DALE: The only place we named that place was the ? “Mailbox.” Yes?
LADY: Do you know how soon renovations will be done?
DALE: How soon? Possible in a couple year. Or more. Or longer, we don’t know. Even take them 8 month to put those windows in you can figure it out for yourself. I can’t tell you how long. They closed it after November this year. Maybe close it for the next year and a half or two year, maybe longer I don’t know. All depends. Anybody else? Okay. Anybody know how to read Chinese? Okay. Excuse me.
DALE: FAR AWAY…this monument don’t belong here…1910 to 1940…dining room and the kitchen…1978 that monument was put here. Why was it put here? Because a guy give it to us. A restaurant owner, trader Vic…why did he give it to us? ….TRAILS OFF
TRACK 13 – 3:55
MICHAEL: Slate. We’re approaching the fog bell with the tour from Oracle.
(someone introducing you)
ERIKA GEE: So this would be a piece that would be broadcast on NPR. So if we could just follow you around.
CASEY LEE: So thank you for holding your questions. All right. So where are we? We’re about to go outside. Does anyone have any questions about that process? Let’s see. the whole point about you coming here today is to learn a bit about this background, but the important thing here is we really have an opportunity to listen to the people who were here. In a way we get to listen to the people who were here because they left something behind, and that was their poetry. The people who lived here were very frustrated, they were very angry, they were sad, they were depressed, and to help them deal with those emotions, because they didn’t get an opportunity to express them in other ways, they started writing on the walls. And some people wrote in ink, some people carved into walls, and a lot of the writing is actually poetry, so it’s a unique opportunity…what was that? Is there anyone here who does read Chinese? Awesome, so we’ll get to hear some of it too because poetry is an oral art form and we should definitely listen to it as well as look at it. So we’re going to go up into the building…where all the kids are going, well, we’ll work around them. Do you want the bell?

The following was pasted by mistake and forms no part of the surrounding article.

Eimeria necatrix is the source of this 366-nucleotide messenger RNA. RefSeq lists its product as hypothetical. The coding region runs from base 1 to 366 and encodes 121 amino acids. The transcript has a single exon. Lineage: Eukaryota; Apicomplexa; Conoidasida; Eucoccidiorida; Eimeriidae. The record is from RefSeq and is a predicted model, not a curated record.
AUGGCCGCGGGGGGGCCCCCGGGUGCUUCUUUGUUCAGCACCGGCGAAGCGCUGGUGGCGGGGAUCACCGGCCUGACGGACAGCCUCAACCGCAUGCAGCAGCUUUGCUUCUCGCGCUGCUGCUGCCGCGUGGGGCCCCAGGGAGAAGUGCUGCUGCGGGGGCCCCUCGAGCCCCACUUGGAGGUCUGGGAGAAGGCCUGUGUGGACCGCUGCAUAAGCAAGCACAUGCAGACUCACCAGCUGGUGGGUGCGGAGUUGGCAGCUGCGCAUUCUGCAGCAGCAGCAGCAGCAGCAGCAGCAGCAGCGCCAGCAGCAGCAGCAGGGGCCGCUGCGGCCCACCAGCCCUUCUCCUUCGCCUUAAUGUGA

DMAE: yeah, might need it a couple times.
BELL RINGS 3 TIMES (first one is best)
DMAE: Do you want to wait till they all leave and then ring it again? Ready?
TRACK 14 – 0:21
MICHAEL: It’s too windy. Cuz I’m going to have to come back for other stuff…
TRACK 15 – 0:15
DMAE: Do you want to take over for a while?
MICHAEL: If you want to mark tracks, hit this button to mark a track.
TRACK 16 – 4:45
CASEY LEE: …they were much more motivated to catch the bad guys, the criminals. Let’s see. yeah. (Indian man asks question). Reasoning behind use as a detention center? Part of it is the island factor. An island is a good place for a prison in that it’s hard to escape from. Or in detention, it’s hard for people to get away. Part of the reason that they brought the immigration station to the island is that prior to that it was in San Francisco and they were concerned about people conspiring, cheating, escaping. They had a lot of problems with people cheating during the interrogation process, which as I explained before, happened here too with the help of the cooks and so that was the motivation behind moving here. Also it was an improved facility. The steamship companies, despite not having complete responsibility for the housing were still partially financially responsible for the housing of the immigrants, and so they were the ones footing the bill for meals, that’s why the meals were so good, because it was cheaper.